Effectiveness and safety of postoperative pain management: a survey of 18 925 consecutive patients between 1998 and 2006 (2nd revision): a database analysis of prospectively raised data.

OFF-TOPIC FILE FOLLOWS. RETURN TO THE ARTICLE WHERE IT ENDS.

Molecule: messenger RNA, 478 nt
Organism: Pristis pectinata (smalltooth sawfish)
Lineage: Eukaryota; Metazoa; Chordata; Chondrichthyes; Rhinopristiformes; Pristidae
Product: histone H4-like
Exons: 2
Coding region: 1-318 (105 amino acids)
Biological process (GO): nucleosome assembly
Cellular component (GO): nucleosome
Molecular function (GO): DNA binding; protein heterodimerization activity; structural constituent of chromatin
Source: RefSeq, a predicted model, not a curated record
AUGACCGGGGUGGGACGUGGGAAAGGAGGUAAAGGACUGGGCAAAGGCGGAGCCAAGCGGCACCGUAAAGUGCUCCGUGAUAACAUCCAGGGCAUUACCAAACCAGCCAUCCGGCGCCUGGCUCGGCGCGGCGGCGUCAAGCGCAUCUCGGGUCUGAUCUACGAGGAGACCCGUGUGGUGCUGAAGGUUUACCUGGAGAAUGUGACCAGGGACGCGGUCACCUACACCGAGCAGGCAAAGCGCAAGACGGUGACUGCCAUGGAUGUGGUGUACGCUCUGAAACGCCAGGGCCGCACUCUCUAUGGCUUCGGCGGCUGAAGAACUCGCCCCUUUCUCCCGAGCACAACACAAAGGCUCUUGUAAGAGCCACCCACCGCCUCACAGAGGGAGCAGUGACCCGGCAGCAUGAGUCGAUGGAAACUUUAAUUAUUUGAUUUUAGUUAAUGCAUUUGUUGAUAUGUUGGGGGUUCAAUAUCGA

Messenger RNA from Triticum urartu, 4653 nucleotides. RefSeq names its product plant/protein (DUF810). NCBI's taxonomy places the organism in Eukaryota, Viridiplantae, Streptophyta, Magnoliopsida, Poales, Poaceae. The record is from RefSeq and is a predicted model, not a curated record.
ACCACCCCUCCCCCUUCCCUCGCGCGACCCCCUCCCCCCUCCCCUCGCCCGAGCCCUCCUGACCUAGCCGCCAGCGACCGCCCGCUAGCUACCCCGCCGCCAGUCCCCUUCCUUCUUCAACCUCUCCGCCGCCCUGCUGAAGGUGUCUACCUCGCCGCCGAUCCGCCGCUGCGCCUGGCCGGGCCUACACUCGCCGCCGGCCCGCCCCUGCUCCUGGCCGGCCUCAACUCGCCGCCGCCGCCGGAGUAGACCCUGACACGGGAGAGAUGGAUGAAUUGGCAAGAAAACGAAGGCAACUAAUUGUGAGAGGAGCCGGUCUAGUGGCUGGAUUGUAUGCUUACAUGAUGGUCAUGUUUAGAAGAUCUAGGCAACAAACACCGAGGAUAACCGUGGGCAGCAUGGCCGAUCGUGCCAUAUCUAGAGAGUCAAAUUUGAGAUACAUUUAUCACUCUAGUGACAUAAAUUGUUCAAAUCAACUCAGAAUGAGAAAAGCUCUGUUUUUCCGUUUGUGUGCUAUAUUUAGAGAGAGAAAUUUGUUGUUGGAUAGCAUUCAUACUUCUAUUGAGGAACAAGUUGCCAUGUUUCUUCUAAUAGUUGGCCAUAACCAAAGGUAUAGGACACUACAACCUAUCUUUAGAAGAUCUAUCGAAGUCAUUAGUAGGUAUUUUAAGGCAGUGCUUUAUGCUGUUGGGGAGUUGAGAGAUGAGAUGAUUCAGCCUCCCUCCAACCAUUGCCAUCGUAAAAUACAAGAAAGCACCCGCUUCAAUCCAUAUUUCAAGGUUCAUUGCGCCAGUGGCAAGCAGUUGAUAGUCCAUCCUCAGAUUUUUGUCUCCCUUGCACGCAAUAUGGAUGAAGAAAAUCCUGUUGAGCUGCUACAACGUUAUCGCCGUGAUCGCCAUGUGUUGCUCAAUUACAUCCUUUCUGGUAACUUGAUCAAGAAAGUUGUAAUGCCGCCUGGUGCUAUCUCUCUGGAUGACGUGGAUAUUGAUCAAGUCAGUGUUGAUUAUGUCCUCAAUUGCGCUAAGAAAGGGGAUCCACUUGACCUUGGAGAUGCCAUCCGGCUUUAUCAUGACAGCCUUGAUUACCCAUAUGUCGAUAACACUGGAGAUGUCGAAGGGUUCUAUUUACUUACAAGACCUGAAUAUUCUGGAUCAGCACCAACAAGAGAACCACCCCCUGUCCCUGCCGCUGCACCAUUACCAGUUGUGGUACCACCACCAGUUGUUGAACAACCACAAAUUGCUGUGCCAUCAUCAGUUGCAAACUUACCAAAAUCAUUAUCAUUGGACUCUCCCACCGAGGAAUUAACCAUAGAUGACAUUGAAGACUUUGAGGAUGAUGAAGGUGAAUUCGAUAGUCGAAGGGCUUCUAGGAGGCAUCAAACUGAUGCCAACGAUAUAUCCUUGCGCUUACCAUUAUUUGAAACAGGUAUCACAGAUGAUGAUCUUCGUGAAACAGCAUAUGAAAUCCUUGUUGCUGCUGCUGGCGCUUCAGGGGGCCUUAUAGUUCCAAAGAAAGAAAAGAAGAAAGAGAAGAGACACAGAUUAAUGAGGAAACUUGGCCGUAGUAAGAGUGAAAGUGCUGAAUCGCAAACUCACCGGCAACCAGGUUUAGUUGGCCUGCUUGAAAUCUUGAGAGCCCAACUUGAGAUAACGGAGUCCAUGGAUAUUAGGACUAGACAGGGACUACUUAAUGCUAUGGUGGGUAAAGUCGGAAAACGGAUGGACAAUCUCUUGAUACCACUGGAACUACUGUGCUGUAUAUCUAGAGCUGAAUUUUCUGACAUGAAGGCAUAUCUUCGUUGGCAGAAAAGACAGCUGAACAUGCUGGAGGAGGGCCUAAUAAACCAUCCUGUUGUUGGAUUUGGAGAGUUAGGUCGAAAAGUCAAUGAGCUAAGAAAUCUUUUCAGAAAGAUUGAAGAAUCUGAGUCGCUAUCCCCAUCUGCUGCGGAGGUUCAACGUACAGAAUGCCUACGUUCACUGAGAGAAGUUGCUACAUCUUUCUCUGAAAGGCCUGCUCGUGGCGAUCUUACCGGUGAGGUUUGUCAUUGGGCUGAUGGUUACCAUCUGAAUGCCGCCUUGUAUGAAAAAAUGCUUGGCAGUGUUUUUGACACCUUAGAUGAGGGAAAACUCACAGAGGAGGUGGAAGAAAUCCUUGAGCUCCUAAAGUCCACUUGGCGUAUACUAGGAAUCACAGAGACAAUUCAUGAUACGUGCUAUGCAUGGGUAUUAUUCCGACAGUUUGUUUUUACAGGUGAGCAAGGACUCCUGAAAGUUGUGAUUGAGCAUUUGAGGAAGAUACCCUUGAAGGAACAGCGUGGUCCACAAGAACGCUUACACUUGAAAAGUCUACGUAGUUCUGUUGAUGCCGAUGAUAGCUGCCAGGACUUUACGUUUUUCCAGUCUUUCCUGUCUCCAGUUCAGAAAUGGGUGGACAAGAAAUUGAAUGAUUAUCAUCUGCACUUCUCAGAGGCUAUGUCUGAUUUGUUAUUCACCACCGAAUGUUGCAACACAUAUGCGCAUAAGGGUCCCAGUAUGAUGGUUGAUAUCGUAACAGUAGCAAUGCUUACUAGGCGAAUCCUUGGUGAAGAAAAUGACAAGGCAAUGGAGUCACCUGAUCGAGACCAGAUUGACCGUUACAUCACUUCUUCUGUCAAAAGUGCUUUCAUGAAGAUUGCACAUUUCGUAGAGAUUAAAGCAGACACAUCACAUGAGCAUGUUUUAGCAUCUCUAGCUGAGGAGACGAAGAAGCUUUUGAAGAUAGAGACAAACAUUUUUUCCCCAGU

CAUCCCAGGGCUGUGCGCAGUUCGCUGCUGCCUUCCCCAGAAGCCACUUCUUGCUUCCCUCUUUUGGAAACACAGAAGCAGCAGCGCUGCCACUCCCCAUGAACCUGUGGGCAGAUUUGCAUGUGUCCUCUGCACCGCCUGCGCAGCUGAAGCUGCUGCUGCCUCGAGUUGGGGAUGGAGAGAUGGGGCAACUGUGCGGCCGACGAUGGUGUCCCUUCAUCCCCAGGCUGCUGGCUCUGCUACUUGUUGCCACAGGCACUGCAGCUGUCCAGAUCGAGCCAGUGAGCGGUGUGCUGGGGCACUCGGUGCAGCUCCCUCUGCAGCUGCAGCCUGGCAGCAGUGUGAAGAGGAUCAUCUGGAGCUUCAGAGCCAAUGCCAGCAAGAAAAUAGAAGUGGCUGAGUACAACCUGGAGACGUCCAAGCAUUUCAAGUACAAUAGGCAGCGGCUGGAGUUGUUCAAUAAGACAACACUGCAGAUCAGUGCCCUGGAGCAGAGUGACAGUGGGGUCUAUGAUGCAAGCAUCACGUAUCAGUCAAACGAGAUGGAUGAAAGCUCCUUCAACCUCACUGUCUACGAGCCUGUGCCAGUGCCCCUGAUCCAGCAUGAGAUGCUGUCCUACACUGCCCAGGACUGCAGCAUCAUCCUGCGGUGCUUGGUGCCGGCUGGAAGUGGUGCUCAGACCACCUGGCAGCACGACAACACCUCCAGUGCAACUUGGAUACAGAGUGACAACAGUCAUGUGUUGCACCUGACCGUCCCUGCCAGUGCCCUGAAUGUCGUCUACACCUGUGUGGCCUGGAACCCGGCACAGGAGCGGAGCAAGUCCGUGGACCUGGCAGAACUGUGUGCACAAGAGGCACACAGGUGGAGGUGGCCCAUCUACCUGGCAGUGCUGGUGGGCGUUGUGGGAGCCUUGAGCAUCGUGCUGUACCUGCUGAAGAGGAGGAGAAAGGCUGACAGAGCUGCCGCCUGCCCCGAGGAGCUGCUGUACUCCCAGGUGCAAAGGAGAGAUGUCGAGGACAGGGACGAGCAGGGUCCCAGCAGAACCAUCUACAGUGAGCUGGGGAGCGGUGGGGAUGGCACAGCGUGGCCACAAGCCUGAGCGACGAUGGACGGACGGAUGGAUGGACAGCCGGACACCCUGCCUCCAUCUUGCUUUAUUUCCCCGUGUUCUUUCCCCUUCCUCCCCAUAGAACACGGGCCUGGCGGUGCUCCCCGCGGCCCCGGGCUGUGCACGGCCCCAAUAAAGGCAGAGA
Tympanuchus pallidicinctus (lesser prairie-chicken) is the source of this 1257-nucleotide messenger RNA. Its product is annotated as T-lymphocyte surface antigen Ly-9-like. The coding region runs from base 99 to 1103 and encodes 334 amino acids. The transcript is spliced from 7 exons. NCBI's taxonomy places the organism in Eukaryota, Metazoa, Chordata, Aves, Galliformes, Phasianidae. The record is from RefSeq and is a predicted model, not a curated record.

BACKGROUND： Approximately 30-80% of postoperative patients complain about moderate to severe post-surgical pain， indicating that postoperative pain treatment is still a problem. METHODS： We analysed prospectively collected data on patients in a university hospital receiving systemic and epidural patient-controlled analgesia and continuous peripheral nerve block (CPNB) documented by the acute pain service team in a computer-based system. RESULTS： Of 18 925 patients visited in the postoperative period between 1998 and 2006， 14 223 patients received patient-controlled epidural analgesia (PCEA)， 1591 i.v. patient-controlled analgesia (IV-PCA)， 1737 continuous brachial plexus block， and 1374 continuous femoral/sciatic nerve block. Mean dynamic and resting pain scores (VAS 0-100) were significantly lower for peripheral or neuroaxial regional analgesia compared with patient-controlled systemic opioid analgesia (P<0.05). The risk of a symptomatic spinal mass lesion including epidural haematoma (0.02%; 1：4741) or epidural abscess (0.014%; 1：7142) after PCEA was 1：2857 (0.04%). Neurological complications after CPNB occurred in two patients who received interscalene brachial plexus block. CONCLUSIONS： We demonstrated that PCEA， IV-PCA， and CPNB are safe and efficient. Although all of these treatment strategies provide effective analgesia， PCEA and CPNB provided superior pain relief compared with IV-PCA. We demonstrated that serious complications of analgesic techniques are rare but possibly disastrous necessitating a close supervision by an acute pain service. We found a low rate of adverse effects including hypotension and motor impairment and a low incidence of epidural haematoma for thoracic PCEA compared with lumbar PCEA.